Mexico Cartel Gang’s Battle On Border – 15 Killed

Military style blazing Gun battles erupting between rival factions of a Mexican drug cartel gangs have left at least 15 people dead in the city of Tijuana, near the border with the US.

Tijuana police said the dead men belonged to the Arellano Felix cartel drug gang which is coming under more pressure than ever from a rival gangs and the Mexican army. It was not clear if the killed were a result of Mexican military action or rival Mexican cartels were responsible.

Over 200 people So far this year have been killed in and around Tijuana.
Since taking office in late 2006 President Felipe Calderon about 30,000 soldiers and federal agents participated in the fight against the drug cartels.

The Arellano Felix cartel rose to prominence in the 1980s.
According to government sources, the Arellano Felix cartel millions of dollars in bribes to local law enforcement agencies and other senior officials have paid, and is responsible for the increase in violence made, including the killing ofinformants and rival traffickers.

Much of the group’s activities centers on smuggling Mexican weed, Colombian and Afghanistan cocaine and other drugs along with Illegal aliens through Mexico to California.

Failure of coordination in the battle against these Mexican cartels is felt by many to be one of the reasons why ordering troops into the border areas by the Mexican president have not been effective and curtailed the violence. According to Raúl Benítez Manaut of the Center for Investigations of the Mexican National University (UNAM) the agencies involved in the fight against narcotics traffic in Mexico lack effective coordination. In addition, there are major tactical deficiencies in carrying out the narcotics war because there is no analysis of operations to determine if they are winning or losing, but rather favor international cooperation to confront the problem. “There is much conflict between the federal agencies,” he said in pointing out that In Mexico there is no bureaucratic tradition of the president or a mechanism for the coordination of joint actions. He explained that although President Felipe Calderón has tried to address the lack of coordination, building on a strong presidency, "which differs from that of Vicente Fox to do the all of what" it requires an explicit order to coordinate departments to allow .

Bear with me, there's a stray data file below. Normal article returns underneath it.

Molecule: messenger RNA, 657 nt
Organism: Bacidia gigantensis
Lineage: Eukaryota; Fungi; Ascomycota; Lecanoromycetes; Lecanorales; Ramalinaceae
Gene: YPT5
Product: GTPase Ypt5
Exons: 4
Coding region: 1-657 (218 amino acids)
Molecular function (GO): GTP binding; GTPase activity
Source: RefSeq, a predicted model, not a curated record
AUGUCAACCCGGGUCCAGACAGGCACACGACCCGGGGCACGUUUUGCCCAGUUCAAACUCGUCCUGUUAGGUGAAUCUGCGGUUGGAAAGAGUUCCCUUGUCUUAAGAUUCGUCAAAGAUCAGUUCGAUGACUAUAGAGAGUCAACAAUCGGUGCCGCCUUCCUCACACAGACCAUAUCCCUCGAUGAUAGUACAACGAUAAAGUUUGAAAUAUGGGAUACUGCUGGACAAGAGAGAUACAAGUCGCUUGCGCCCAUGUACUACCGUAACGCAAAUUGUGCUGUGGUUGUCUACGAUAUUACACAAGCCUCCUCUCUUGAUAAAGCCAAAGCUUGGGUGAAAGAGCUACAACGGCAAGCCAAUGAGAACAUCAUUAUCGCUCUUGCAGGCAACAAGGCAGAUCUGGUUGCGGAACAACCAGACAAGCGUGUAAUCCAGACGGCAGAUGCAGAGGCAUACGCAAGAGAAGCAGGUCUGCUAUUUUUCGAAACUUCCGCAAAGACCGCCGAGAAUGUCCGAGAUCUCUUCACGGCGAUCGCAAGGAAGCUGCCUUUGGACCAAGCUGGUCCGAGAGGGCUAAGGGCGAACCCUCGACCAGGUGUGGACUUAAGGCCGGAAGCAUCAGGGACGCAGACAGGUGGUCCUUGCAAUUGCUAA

Calling the U.S. ambassador to Mexico, Tony Garza, "paranoid", businessmen in Reynosa, Tamaulipas decried the labelof the border area as unsafe, leading to an official U.S. travel warning for tourists. The angry words, free with the term "Gringo", said the merchants their side of the border was no less safe than the U.S. side. They also argue that the presence of army and police patrols insurance, "should give gringo tourists."

Sources:

The National Association of Former Border Patrol Officers (NAFBPO)

Tijuana police dept.

El Universal (MexicoCity)

Entorno de Tamaulipas

Michael Webster
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Mr. Webster is a United States Citizen of Native American Heritage.

America’s leading authority on Venture Capital/Equity Funding, Trustee on some of the nations largest trade Union funds. Labor Law, Teamster Union Business Agent, General Organizer, Union Rank ñ – File Member Representative, Grievances, NLRB Union Representative, Union Contract Negotiator, Workers Compensation Appeals Board Hearing Representative and a noted Author, Lecturer, Educator, Emergency Manager, Counter-Terrorist Specialist and Business Consultant. Michael Webster is a world-renowned expert on global economics, financing, emergency management, preparedness and terrorism. He is the author of Venture Capital, the Christian Covenant the RedRoad, the LemonFast. And the United States Civil Defense Emergency Training Manual. Mr. Webster on a policy for the Emergency Response Team (CERT) course with over 300 pages plus Worked

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